Changes in existing buildings are being directly motivated by the aging of its residents. An interesting example is the apartment blocks in Ommoord, a residential neighborhood in Rotterdam, the Netherlands. After 30 years of its construction (1968), the buildings no longer met the necessary standards, as its resident population underwent a considerable demographic change. As a result, in 1999, Hans van der Heijden Architect was commissioned to update the buildings’ technical performance as well as find an architectural solution for different resident profiles. In a co-design process that involved the inhabitants themselves and lasted 9 years, different strategies were drawn up to rethink the spatial organization of the building, as well as redistribute and section the apartments according to social groups. As a result, parts of the development were reserved for the elderly residents. For example, the ground floor and garages became health care facilities, and other garden-facing apartments and a community center were added. More stairs and elevators were installed to improve the accessibility of the upper apartments and to shorten the length of the access corridors.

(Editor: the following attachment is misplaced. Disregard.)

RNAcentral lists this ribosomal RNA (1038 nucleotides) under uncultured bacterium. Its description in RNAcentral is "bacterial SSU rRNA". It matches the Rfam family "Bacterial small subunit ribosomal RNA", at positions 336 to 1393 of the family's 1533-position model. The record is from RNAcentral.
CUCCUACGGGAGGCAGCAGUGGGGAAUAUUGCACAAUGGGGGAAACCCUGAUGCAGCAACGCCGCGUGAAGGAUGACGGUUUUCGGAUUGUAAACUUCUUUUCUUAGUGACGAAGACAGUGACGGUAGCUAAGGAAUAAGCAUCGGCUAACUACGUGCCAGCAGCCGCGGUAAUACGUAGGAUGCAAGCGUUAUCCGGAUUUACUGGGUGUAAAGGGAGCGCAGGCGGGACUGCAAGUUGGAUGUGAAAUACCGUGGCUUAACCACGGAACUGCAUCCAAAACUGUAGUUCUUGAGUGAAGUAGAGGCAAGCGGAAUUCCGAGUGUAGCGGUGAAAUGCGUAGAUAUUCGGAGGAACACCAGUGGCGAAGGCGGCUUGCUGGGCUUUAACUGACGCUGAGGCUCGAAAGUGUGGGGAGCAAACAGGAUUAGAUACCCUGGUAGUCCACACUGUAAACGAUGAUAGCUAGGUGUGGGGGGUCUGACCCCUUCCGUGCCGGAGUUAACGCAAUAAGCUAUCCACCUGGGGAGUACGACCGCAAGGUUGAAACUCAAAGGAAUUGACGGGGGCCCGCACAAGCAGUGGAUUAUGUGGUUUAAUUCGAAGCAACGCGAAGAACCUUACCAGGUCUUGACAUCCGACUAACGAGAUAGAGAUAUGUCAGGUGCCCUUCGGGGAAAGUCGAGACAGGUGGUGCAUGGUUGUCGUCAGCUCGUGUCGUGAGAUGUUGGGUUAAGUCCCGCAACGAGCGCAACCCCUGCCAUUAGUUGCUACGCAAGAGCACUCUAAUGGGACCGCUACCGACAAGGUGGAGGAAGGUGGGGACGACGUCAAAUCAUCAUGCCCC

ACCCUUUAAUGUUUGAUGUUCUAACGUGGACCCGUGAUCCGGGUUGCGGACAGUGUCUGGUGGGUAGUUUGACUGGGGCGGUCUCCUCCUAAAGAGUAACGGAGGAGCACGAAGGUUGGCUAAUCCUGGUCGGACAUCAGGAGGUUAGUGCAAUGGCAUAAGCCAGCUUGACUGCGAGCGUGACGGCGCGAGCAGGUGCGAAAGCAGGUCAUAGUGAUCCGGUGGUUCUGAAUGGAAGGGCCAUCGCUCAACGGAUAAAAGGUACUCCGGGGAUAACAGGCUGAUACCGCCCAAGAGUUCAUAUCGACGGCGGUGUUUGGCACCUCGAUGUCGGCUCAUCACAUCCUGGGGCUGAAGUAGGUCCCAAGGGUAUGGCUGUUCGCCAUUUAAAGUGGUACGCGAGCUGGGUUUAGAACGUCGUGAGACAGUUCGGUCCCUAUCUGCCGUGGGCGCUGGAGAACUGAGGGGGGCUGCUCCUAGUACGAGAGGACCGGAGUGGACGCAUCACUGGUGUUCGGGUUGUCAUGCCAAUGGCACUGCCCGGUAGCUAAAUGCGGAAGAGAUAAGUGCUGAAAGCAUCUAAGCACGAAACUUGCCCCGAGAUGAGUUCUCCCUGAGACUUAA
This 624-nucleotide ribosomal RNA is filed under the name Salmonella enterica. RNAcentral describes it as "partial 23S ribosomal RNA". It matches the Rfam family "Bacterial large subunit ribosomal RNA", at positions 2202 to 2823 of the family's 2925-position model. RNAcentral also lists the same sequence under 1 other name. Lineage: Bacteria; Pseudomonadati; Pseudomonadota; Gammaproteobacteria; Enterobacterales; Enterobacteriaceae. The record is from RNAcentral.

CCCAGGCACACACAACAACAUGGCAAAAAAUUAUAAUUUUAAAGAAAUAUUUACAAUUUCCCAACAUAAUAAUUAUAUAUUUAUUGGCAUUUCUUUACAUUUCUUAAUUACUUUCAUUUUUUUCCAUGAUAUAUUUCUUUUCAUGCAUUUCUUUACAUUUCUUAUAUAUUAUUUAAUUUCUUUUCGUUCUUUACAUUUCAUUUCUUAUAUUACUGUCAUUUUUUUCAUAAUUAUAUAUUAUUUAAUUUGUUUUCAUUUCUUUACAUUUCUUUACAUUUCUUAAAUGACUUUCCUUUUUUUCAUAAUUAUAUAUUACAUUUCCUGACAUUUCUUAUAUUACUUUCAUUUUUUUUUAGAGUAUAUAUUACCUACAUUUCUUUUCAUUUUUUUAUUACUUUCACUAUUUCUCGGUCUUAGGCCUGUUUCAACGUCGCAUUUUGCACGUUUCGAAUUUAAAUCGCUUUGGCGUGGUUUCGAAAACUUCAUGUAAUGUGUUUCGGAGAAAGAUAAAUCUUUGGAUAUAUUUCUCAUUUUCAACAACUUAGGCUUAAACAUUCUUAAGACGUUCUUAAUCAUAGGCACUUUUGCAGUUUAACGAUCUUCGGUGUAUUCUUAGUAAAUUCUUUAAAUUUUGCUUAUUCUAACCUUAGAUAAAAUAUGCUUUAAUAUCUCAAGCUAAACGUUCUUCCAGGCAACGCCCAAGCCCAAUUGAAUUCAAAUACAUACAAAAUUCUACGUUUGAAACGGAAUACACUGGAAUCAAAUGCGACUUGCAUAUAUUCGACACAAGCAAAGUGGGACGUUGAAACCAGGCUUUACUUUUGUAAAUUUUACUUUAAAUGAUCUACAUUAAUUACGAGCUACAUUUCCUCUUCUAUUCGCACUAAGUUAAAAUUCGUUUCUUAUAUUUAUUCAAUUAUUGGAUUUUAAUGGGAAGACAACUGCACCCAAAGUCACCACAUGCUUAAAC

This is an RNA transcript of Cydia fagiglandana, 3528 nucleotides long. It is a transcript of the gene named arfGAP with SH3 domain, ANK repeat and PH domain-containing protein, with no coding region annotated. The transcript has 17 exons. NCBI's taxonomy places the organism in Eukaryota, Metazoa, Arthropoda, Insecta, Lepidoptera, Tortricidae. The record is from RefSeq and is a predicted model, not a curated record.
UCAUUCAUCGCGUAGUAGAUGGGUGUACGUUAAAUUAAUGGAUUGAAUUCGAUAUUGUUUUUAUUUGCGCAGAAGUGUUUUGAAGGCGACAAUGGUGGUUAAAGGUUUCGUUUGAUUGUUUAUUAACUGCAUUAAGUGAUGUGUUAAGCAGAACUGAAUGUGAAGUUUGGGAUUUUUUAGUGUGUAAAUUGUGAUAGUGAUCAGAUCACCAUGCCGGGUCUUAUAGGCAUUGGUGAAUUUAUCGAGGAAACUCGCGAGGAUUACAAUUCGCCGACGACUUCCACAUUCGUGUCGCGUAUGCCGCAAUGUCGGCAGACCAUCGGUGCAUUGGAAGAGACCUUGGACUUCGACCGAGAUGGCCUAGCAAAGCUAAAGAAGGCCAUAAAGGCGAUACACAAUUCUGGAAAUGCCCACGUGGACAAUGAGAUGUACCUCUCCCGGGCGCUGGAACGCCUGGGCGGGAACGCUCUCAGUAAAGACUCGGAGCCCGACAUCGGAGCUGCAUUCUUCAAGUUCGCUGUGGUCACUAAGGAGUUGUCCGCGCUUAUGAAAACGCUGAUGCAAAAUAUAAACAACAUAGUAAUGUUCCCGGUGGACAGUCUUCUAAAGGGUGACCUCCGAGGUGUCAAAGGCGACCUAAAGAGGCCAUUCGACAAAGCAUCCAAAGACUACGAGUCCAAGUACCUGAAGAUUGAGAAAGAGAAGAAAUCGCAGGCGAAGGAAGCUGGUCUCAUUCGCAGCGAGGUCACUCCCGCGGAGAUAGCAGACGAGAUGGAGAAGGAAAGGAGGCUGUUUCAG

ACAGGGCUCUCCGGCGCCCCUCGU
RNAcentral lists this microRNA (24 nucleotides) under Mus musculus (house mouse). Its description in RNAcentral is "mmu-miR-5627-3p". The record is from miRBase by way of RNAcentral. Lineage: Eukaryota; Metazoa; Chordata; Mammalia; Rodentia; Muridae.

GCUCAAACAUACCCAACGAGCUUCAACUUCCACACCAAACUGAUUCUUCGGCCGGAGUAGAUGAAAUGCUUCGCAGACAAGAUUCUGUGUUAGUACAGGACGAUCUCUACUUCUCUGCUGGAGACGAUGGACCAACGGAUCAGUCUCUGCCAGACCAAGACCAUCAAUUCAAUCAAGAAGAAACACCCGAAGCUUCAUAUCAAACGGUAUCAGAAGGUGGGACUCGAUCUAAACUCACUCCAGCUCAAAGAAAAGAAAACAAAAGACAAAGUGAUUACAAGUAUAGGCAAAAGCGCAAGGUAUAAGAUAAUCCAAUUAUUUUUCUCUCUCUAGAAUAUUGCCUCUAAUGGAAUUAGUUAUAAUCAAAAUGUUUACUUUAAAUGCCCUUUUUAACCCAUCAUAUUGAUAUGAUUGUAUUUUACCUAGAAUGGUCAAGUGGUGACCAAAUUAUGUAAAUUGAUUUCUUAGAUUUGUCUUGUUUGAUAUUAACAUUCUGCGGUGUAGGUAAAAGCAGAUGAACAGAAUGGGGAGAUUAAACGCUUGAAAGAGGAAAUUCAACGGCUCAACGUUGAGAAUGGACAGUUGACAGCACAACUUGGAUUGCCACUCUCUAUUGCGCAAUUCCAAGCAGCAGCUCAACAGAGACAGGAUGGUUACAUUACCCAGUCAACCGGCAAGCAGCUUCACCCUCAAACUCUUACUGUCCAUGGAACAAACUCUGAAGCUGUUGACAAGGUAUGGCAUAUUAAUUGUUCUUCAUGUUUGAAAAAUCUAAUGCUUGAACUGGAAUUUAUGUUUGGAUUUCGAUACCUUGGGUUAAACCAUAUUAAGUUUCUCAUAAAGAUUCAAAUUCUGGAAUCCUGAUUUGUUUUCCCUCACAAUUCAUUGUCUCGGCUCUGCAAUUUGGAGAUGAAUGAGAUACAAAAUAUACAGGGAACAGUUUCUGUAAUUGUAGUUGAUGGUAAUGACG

A similar initiative took place in the Spanish town of San Andrés del Rabanedo. Under the command of the architect Oscar Miguel Ares Álvarez — the same author of this interesting project of housing for the eldery — the neighborhood of La Pinilla is being restored so that its inhabitants, 30% of whom are over 75 years old, can stay in their homes, neighborhood and family environment despite advanced age. We are talking about the renovation of approximately 500 houses, with the support of the regional government, to adapt and accommodate the elderly population. The decision is based on the idea of offering healthy aging to its inhabitants, reducing economic and social costs that entail the creation of homes adapted to their needs. For the architect, the home for the elderly must be compartmentalized, with lots of light and space to store objects that are part of their history and, above all, be accessible through the senses. Álvarez explains that the elderly not only have locomotor difficulties, but also sensorial difficulties, and architecture can stimulate them through color, light and texture, helping them to gain more autonomy.